Expression of cloned human lactoferrin 1
2 3 4 5 6
Glycosylated lactoferrin \
_p 0 66
Fig. 4. SDS/PAGE of glycosylated and deglycosylated lactoferrin Lactoferrin (2 /zg//zl) was deglycosylated using partially purified Flavobacterium meningosepticum PNGase (peptide: N-glycosidase) ( . 1 ug/,Il) by incubation overnight at room temperature in 0.1 Mphosphate (pH 6.5)/0.05 M-EDTA and 0.5 % Nonidet P40. SDS/polyacrylamide gels (8 %) were prepared, run and stained as described in the Experimental section. 1, PNGase; 2, recombinant human lactoferrin (5 /Sg) treated with PNGase; 3, recombinant human lactoferrin (-5,sg); 4, human milk lactoferrin ( 5 #g) treated with PNGase; 5, human milk lactoferrin ( - 5 ,ug); 6, Mr markers (phosphorylase b, 97.4 kDa; BSA, 66 kDa; ovalbumin, 45 kDa; carbonic anhydrase, 29 kDa). The protein band at Mr 36000 in lanes 1, 2, and 4 corresponds to PNGase. The band at Mr 45000 in these lanes is an unknown contaminant of the PNGase preparation. -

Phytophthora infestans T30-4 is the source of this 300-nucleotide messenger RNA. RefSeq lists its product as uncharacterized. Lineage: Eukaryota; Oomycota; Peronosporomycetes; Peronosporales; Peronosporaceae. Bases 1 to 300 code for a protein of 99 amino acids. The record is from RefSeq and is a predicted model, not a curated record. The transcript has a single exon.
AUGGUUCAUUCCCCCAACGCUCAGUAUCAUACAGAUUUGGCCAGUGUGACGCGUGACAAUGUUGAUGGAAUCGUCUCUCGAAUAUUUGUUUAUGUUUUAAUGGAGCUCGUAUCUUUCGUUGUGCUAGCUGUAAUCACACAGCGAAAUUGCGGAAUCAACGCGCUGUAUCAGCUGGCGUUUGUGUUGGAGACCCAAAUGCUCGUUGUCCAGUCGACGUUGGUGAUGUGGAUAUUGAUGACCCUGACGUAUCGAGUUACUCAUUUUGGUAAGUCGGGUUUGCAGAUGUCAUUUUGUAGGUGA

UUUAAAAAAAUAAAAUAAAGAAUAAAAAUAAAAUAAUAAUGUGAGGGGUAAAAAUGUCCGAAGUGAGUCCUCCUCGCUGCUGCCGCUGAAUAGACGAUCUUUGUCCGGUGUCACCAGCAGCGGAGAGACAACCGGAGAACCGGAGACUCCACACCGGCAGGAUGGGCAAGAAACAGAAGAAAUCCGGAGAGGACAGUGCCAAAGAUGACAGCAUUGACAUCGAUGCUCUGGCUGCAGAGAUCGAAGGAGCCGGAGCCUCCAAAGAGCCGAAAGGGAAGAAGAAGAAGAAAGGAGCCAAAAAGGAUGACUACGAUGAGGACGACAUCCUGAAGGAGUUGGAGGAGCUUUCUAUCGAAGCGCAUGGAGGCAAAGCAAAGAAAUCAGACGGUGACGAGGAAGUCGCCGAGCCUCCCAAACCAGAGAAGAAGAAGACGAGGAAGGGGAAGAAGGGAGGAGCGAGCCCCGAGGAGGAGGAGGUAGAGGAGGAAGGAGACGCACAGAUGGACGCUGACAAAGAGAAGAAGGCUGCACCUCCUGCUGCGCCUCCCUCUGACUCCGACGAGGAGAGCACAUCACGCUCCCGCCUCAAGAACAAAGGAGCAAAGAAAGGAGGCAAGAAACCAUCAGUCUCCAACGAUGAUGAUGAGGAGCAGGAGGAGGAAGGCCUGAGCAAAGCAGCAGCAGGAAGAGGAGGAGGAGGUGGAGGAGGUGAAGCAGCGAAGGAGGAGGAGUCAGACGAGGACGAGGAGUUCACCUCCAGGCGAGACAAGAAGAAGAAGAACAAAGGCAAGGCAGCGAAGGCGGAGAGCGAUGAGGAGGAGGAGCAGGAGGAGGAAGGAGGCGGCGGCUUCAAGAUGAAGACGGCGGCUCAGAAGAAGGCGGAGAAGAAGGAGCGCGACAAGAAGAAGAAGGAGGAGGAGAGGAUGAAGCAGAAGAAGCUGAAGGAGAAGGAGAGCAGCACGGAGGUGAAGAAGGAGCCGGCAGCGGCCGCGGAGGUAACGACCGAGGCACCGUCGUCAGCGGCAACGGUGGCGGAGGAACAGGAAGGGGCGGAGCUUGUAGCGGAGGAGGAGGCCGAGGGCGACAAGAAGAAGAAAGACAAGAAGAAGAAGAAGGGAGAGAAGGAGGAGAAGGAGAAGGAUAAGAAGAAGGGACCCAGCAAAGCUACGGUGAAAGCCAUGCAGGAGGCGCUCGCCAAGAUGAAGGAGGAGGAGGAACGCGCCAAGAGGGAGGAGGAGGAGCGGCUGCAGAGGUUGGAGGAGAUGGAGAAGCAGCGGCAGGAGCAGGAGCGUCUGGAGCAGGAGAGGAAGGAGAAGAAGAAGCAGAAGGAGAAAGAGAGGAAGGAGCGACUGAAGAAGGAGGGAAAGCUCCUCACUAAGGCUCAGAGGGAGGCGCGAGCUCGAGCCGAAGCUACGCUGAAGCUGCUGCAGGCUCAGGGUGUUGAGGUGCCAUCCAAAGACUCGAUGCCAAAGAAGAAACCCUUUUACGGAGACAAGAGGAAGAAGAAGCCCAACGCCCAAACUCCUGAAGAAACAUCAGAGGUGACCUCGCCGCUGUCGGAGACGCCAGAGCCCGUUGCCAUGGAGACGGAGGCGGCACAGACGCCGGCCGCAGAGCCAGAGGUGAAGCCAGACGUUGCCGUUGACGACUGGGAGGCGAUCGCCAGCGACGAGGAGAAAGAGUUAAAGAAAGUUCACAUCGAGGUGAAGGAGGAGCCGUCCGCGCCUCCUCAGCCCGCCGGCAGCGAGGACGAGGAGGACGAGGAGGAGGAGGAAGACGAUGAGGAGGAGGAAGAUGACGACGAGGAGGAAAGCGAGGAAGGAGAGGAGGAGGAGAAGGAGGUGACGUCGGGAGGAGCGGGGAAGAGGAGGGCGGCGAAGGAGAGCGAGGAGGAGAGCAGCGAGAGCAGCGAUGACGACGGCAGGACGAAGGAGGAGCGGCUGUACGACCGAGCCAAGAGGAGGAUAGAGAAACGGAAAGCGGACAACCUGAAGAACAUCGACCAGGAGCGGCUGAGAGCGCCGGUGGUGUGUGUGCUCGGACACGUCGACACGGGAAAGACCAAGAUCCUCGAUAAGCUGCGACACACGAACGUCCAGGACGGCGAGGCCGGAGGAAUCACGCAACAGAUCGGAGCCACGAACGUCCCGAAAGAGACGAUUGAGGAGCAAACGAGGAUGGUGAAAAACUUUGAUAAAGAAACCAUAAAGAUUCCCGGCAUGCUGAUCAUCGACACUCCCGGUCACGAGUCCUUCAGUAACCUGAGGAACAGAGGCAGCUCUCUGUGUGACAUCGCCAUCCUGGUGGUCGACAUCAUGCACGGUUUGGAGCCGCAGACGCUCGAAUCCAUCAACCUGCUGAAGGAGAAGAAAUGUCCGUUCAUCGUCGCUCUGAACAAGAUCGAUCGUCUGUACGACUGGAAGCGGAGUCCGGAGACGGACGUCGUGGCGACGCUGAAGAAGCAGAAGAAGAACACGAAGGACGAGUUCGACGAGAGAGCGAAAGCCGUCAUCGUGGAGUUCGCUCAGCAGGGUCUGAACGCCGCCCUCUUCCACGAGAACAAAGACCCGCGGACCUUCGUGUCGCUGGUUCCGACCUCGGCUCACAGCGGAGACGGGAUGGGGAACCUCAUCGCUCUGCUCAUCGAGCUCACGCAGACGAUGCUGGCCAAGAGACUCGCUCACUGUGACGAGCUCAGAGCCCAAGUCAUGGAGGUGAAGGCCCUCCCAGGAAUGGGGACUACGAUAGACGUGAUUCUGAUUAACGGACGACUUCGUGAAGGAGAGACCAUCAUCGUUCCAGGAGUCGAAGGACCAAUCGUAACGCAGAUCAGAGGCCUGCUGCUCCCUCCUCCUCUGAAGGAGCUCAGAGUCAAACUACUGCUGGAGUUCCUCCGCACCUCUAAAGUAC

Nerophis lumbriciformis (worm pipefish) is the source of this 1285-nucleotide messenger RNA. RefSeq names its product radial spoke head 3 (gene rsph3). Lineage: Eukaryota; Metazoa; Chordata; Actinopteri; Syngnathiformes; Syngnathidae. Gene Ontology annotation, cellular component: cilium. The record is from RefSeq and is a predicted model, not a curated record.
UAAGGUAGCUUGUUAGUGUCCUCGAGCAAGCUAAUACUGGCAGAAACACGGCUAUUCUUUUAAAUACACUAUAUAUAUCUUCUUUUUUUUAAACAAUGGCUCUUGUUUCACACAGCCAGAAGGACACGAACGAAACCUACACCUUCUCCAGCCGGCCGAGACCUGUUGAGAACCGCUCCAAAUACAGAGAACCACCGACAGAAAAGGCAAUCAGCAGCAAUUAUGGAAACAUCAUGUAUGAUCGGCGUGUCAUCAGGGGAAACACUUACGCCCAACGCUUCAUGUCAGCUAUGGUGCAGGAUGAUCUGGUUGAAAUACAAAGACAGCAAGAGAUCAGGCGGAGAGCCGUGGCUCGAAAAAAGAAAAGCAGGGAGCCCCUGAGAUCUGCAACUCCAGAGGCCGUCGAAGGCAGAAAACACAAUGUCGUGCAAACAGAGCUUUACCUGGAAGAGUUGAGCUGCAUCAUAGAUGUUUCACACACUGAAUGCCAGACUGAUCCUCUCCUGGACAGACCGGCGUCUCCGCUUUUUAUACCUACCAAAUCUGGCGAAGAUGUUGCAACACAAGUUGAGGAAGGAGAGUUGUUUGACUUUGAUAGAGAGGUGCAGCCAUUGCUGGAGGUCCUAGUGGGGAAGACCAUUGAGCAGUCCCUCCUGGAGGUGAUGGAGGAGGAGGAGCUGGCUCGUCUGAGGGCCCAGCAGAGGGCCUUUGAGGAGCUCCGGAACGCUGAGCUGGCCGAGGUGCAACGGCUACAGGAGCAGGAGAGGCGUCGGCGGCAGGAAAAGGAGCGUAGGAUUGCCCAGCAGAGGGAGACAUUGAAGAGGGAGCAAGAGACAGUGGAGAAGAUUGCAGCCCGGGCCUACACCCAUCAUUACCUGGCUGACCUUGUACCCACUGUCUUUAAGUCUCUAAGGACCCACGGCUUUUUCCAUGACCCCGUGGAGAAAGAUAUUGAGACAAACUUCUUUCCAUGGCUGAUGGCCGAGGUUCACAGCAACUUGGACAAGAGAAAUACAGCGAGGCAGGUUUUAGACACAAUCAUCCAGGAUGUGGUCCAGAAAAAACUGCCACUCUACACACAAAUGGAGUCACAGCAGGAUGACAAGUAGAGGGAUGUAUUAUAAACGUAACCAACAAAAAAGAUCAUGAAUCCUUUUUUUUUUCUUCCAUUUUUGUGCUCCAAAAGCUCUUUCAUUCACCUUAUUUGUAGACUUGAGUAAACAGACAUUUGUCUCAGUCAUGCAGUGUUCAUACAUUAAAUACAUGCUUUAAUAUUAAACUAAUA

Fig. 5. pH-dependent release of iron from lactoferrin The absorbance of solutions of iron-saturated human recombinant and milk lactoferrin was measured at 466 nm after dialysis against buffers of the pH values indicated. 0, Recombinant lactoferrin; 0, milk lactoferrin. The buffers used for the various pH ranges were:
M-Tris/HCl; pH 6.5-6,
M-Mes; pH 5.5-3.5,
sodium acetate (I0.05); pH 3-2, 0.1 M-glycine/HCl. All buffers contained 0.2 M-NaCl.
proteins began to lose the iron at around pH 4 and appeared to be almost totally iron-free at pH 2.0. This result suggests that the iron environment of the recombinant protein is the same as that of milk lactoferrin and that the factors involved in the release of iron with decreasing pH are the same for the two proteins. Vol. 276